Pike was commissioned as a brigadier general on November 22, 1861, and given a command in the Indian Territory. With Gen. Ben McCulloch, Pike trained three Confederate regiments of Indian cavalry, most of whom belonged to the "civilized tribes", whose loyalty to the Confederacy was variable. Although initially victorious at the Battle of Pea Ridge (Elkhorn Tavern) in March 1862,[1] Pike's unit was defeated later in a counterattack, after falling into disarray. When Pike was ordered in May 1862 to send troops to Arkansas, he resigned in protest.[7] As in the previous war, Pike came into conflict with his superior officers, at one time drafting a letter to Jefferson Davis complaining about his direct superior.[16]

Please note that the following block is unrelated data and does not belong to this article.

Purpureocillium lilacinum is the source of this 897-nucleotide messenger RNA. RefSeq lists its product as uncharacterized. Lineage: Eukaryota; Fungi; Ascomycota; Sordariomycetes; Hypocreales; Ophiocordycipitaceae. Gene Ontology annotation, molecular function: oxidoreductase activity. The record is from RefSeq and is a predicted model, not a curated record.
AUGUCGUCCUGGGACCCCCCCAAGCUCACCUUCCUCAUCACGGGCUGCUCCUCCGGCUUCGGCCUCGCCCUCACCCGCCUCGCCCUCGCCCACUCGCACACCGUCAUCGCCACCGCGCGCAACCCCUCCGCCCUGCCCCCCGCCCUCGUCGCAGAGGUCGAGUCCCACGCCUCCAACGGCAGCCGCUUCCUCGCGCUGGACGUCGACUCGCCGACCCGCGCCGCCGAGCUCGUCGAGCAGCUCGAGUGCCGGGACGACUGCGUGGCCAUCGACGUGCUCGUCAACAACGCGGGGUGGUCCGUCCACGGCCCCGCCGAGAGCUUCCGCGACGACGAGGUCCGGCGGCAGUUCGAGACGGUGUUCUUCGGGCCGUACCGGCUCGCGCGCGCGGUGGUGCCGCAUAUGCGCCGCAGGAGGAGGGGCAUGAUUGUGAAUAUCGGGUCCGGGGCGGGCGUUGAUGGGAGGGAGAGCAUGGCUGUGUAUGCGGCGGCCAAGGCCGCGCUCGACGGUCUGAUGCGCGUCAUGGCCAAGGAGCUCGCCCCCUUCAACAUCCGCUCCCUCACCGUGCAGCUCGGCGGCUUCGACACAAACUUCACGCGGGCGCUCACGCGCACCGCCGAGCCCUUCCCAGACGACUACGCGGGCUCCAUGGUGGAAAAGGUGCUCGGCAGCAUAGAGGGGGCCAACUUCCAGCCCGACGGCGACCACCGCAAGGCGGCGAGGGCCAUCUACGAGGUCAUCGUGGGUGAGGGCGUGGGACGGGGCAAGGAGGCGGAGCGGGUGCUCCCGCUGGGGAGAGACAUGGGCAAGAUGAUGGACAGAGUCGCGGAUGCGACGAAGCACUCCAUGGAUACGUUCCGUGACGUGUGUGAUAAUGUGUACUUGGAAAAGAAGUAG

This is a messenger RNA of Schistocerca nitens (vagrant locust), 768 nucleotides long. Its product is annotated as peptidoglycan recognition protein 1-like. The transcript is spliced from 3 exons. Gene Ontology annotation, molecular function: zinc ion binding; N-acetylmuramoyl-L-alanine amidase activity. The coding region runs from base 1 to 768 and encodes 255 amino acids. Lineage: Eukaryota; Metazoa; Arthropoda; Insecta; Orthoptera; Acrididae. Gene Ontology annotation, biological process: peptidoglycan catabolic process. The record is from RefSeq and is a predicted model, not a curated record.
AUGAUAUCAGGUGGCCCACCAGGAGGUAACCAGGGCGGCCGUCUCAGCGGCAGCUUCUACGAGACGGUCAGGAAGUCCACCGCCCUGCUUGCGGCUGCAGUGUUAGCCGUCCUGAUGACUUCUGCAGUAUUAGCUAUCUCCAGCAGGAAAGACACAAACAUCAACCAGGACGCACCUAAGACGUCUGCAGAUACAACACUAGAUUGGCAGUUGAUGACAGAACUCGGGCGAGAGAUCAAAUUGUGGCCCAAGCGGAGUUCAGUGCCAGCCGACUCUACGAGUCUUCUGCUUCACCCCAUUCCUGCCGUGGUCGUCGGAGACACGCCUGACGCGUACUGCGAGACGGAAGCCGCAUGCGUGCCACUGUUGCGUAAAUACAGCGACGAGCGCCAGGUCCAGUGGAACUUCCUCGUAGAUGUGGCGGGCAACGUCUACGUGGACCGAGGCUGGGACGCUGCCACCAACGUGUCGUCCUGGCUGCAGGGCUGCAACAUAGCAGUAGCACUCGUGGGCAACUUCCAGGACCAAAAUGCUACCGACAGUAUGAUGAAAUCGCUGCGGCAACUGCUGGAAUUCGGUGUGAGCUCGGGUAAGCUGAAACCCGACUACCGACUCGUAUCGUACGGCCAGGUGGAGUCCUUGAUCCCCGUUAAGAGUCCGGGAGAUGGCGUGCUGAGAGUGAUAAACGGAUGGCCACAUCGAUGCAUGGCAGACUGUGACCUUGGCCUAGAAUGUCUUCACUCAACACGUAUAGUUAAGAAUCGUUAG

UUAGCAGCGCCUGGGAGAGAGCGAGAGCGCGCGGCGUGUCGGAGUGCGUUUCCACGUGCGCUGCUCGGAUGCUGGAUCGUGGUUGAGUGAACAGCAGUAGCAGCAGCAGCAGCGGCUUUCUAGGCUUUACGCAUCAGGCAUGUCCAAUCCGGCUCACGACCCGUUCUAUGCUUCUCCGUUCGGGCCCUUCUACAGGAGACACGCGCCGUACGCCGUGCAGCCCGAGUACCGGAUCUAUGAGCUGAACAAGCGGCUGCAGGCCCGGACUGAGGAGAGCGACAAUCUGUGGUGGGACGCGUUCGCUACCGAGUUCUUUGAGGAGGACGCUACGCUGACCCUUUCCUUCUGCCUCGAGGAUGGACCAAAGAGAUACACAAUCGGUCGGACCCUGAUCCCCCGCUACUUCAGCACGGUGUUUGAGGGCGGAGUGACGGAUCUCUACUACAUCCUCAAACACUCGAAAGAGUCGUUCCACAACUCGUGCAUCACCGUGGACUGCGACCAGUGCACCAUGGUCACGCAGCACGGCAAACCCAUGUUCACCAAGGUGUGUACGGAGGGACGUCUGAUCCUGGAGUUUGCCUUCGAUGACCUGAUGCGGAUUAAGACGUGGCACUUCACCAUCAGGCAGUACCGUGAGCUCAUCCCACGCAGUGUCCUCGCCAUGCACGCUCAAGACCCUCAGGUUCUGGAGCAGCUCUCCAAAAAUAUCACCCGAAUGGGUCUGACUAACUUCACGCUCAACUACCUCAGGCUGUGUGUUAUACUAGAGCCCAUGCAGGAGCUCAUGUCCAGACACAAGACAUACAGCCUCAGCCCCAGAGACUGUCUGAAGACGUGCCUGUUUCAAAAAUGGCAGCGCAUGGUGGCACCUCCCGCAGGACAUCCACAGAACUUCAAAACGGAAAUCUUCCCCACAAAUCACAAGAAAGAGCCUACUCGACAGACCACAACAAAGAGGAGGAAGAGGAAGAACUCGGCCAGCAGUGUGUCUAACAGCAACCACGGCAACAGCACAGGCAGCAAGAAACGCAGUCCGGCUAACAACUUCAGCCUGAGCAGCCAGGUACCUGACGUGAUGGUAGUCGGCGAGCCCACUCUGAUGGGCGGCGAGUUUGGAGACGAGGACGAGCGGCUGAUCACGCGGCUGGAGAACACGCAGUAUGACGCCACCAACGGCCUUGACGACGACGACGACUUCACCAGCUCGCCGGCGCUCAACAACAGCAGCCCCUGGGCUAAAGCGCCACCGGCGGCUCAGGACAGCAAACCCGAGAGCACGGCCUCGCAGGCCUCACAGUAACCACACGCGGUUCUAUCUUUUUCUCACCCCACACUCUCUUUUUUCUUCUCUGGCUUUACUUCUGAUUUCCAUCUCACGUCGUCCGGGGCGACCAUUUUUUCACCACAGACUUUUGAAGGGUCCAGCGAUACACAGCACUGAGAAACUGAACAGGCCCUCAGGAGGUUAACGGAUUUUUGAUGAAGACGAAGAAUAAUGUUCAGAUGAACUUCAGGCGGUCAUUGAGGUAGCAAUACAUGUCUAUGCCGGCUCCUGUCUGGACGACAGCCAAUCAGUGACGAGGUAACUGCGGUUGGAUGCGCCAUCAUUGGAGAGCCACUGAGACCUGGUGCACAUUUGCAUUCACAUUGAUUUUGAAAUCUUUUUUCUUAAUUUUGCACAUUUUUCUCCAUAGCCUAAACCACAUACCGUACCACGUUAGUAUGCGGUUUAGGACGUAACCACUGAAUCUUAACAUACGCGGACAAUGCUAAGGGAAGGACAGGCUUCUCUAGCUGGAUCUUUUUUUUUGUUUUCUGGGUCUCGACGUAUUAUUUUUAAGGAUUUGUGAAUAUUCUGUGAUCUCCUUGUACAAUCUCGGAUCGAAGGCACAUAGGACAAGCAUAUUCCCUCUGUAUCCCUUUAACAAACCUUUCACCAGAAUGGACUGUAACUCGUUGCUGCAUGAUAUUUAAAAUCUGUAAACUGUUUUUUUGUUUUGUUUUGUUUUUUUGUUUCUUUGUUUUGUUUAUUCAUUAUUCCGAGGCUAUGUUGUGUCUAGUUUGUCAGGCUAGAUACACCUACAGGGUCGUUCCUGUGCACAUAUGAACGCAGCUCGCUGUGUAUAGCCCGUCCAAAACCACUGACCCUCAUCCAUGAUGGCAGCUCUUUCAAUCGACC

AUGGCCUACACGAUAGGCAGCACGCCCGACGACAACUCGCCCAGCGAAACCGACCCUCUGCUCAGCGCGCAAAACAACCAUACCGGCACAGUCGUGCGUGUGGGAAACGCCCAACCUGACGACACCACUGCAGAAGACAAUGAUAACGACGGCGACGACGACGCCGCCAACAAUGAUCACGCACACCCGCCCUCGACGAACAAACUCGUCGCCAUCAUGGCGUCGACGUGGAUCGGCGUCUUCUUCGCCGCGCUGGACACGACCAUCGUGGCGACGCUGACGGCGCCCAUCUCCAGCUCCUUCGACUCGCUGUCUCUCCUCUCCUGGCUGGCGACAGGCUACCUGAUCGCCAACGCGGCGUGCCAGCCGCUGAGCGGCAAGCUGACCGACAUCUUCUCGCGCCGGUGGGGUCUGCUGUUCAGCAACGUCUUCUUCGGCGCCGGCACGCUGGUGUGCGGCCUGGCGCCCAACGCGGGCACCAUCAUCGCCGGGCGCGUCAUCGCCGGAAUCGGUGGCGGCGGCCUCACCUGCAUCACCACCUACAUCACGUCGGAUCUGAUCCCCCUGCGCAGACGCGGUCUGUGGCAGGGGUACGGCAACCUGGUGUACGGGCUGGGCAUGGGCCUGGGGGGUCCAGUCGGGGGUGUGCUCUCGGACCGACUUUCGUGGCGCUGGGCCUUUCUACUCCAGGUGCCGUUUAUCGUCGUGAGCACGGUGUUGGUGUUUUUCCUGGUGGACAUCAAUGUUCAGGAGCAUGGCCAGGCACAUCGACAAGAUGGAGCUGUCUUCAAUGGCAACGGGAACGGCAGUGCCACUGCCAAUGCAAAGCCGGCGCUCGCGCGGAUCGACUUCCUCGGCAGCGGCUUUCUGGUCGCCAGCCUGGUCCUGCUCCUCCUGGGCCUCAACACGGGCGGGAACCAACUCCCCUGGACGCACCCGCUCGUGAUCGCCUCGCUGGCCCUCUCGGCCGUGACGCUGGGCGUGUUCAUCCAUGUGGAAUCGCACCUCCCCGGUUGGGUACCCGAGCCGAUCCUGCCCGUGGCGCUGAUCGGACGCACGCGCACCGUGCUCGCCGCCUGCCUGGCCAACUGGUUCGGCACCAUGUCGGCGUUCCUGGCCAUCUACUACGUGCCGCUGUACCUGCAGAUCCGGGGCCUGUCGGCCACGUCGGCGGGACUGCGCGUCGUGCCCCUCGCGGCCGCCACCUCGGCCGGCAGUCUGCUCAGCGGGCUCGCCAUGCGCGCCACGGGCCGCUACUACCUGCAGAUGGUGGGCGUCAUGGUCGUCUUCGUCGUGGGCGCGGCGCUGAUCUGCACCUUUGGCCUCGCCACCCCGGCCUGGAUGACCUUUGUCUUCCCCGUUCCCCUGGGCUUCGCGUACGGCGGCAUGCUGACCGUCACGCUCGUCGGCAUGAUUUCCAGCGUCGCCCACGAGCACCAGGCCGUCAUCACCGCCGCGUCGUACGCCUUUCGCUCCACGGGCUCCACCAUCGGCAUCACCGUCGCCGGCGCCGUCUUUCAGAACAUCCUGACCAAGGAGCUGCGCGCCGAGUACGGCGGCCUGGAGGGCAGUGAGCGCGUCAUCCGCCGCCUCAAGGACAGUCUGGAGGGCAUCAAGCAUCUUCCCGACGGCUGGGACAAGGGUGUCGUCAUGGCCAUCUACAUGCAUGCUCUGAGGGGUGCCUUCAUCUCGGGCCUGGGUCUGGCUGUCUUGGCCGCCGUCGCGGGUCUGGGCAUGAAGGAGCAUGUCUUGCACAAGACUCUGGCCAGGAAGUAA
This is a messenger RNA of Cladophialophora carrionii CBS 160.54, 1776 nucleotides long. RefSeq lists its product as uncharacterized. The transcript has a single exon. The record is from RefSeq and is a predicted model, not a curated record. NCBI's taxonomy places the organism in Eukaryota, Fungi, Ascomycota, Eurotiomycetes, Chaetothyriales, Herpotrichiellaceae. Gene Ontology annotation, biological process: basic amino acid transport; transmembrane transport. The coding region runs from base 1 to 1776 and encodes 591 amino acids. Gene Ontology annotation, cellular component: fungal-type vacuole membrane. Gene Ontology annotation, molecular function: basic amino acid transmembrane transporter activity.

After Pea Ridge, Pike was faced with charges that his Native American troops had scalped soldiers in the field.[17] Maj. Gen. Thomas C. Hindman also charged Pike with mishandling of money and material, ordering his arrest.[18] Both these charges were later found to be considerably lacking in evidence; nevertheless Pike, facing arrest, escaped into the hills of Arkansas, sending his resignation from the Confederate States Army on July 12.[18] He was at length arrested on November 3 under charges of insubordination and treason, and held briefly in Warren, Texas. His resignation was accepted on November 11, and he was allowed to return to Arkansas.[18]